“Well,” he thought, “if I could tell her the whole story, she would cease to be astonished. One works so feverishly at the office that afterwards one is too tired even to enjoy one’s holidays properly. But even all that work does not give one a claim to be treated lovingly by everyone; on the contrary, one is alone, a total stranger and only an object of curiosity. And so long as you say ‘one’ instead of ‘I,’ there’s nothing in it and one can easily tell the story; but as soon as you admit to yourself that it is you, yourself, you feel as though transfixed and are horrified.”

Everything speaks against reading Dickinson in light of Kafka. I hardly need to run through the arguments. But this passage has marked me: only with difficulty can I read “one” otherwise than as a defense mechanism, an attempt to distance oneself from events concerning oneself. Do you not feel it already, in the previous sentence?

What, then, of Dickinson? Clearly, “One” is a name for God, a glorious name that draws attention to His unity, wholeness, His lack of all imperfections. And yet… perhaps it also suggests that the poet is distant from herself, but shudders to confront this fact. Perhaps she seeks distance from the horrible cold that she feels upon encountering herself. God, after all, is more resistant to such pain, and at any rate God’s pain is not our pain. Perhaps “One” is mere externalization, disburdening.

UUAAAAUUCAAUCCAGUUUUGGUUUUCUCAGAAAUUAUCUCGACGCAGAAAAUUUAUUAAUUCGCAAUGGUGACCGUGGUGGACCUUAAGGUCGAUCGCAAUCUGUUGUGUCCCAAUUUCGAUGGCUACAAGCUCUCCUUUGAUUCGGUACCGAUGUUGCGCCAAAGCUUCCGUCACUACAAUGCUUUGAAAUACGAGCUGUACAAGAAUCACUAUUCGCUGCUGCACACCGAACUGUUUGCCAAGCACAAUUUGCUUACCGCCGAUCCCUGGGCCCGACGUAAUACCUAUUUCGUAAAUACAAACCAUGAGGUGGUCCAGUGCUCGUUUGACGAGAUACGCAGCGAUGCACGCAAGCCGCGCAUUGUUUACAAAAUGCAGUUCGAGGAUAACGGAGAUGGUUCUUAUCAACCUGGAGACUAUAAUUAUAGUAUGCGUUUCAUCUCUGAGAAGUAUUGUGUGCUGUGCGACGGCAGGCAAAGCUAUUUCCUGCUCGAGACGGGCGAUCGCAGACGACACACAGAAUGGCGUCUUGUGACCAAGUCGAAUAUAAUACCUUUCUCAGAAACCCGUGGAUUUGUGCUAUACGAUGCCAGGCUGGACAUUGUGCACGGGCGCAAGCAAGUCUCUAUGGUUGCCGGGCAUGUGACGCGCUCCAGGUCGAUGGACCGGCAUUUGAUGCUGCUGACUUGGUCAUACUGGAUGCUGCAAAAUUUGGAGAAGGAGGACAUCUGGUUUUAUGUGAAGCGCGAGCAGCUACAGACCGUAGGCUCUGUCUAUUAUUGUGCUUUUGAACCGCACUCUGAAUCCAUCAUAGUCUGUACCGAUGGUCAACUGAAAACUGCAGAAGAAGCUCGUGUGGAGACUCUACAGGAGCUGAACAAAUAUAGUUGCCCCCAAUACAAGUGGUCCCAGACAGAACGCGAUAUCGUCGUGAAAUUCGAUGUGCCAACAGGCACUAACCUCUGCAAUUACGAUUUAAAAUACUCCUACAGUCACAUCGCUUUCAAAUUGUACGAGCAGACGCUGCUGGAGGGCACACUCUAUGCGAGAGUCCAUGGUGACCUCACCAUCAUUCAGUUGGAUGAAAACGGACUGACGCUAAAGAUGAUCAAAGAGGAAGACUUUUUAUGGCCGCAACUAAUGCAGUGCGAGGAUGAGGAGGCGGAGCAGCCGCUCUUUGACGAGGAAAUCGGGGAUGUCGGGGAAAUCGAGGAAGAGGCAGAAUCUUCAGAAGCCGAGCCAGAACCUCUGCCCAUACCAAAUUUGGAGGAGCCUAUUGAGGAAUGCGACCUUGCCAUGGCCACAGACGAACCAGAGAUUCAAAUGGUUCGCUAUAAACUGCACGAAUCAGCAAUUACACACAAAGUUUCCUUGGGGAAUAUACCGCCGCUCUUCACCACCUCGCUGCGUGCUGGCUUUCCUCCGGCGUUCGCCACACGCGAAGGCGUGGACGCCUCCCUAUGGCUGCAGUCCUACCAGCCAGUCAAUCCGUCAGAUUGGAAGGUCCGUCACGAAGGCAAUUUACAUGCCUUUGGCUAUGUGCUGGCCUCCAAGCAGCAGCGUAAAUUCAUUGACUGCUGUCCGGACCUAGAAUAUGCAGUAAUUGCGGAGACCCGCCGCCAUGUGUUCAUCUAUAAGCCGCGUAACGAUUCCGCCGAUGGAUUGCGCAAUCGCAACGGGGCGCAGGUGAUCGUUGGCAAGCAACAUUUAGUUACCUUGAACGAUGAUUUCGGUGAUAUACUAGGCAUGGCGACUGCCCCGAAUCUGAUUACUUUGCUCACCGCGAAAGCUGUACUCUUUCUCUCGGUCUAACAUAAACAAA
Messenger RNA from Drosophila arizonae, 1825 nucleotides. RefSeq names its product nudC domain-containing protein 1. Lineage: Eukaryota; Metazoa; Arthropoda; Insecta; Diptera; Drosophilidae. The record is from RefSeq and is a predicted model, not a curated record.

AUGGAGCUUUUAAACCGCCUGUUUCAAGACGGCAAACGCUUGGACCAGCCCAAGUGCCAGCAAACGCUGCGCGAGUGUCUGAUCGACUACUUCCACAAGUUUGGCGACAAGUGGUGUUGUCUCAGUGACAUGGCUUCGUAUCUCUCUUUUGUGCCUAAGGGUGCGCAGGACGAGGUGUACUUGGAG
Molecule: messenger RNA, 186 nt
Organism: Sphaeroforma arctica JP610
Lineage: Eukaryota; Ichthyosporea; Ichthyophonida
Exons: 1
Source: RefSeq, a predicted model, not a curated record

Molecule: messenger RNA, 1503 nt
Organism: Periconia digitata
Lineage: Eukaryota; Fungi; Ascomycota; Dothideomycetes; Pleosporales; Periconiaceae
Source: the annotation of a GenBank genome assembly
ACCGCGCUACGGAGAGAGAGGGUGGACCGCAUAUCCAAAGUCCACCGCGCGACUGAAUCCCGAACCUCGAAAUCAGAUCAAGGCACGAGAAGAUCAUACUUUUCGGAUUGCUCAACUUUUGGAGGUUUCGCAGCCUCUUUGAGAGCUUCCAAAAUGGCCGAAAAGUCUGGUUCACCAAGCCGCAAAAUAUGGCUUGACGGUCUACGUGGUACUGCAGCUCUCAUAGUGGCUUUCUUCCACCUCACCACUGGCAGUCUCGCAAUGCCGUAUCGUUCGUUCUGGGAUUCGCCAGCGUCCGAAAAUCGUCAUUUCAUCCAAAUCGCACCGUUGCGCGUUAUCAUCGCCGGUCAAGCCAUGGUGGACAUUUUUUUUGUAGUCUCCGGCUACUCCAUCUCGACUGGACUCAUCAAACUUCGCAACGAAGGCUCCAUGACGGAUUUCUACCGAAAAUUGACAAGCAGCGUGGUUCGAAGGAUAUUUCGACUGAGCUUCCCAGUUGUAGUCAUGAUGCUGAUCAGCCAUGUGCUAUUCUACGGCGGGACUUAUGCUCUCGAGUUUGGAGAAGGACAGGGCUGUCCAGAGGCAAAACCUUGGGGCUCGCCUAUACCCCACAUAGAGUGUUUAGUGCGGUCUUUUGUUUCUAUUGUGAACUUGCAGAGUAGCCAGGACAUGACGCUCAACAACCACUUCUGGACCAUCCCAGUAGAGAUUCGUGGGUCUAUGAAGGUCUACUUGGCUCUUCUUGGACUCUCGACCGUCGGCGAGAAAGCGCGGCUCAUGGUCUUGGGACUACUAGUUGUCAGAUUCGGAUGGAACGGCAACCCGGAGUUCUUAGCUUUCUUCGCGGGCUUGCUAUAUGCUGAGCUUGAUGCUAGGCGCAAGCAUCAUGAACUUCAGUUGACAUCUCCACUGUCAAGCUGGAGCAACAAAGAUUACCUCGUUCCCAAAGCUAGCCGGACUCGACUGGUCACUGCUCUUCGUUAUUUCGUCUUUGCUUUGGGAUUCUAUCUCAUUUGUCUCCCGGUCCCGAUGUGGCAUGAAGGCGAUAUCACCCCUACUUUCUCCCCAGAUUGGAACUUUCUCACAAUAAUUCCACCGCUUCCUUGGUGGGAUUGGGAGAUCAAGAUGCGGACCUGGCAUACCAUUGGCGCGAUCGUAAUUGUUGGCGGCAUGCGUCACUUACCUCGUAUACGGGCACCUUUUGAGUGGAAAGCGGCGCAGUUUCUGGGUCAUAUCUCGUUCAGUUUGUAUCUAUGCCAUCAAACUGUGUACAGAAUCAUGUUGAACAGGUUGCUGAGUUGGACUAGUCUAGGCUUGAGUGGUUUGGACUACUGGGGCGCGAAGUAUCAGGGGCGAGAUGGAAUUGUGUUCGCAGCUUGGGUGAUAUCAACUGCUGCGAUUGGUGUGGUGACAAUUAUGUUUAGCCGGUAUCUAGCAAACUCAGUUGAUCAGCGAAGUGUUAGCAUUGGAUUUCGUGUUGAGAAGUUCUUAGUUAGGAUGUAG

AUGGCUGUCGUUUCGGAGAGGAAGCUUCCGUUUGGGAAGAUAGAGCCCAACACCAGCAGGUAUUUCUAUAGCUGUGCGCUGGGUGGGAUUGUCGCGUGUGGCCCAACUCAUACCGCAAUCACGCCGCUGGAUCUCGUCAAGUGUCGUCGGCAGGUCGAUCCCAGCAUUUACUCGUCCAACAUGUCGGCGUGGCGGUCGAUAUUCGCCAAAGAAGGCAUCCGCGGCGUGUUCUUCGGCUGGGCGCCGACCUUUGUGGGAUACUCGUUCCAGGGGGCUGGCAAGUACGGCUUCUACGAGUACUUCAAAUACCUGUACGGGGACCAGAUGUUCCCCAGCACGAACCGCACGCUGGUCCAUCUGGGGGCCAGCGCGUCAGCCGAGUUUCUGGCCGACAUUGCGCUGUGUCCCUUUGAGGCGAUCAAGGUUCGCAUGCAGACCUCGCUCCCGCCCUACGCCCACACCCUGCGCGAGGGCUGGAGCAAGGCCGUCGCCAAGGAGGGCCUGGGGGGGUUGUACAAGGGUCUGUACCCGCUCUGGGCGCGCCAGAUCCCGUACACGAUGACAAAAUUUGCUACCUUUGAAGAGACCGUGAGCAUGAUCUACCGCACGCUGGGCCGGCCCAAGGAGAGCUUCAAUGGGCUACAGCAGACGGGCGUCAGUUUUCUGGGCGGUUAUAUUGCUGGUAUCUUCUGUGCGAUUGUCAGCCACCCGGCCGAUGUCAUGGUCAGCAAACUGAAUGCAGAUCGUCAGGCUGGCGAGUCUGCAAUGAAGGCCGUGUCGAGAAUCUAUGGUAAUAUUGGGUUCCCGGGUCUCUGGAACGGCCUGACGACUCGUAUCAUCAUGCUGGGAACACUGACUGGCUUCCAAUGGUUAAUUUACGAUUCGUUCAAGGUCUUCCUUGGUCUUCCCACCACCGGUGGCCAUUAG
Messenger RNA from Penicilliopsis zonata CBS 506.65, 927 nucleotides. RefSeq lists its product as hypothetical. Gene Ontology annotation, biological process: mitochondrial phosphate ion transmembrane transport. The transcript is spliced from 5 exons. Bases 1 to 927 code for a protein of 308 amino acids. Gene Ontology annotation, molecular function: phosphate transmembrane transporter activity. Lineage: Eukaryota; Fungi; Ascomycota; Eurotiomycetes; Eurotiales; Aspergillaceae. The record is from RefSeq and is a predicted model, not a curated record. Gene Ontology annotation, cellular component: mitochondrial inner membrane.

On such a reading, the poem becomes doubly awful, once for its surface, and once for what that surface evades.

Title: Portent
Poet: William Carlos Williams

Red cradle of the night,
…..In you
…..The dusky child
Sleeps fast till his might
…..Shall be piled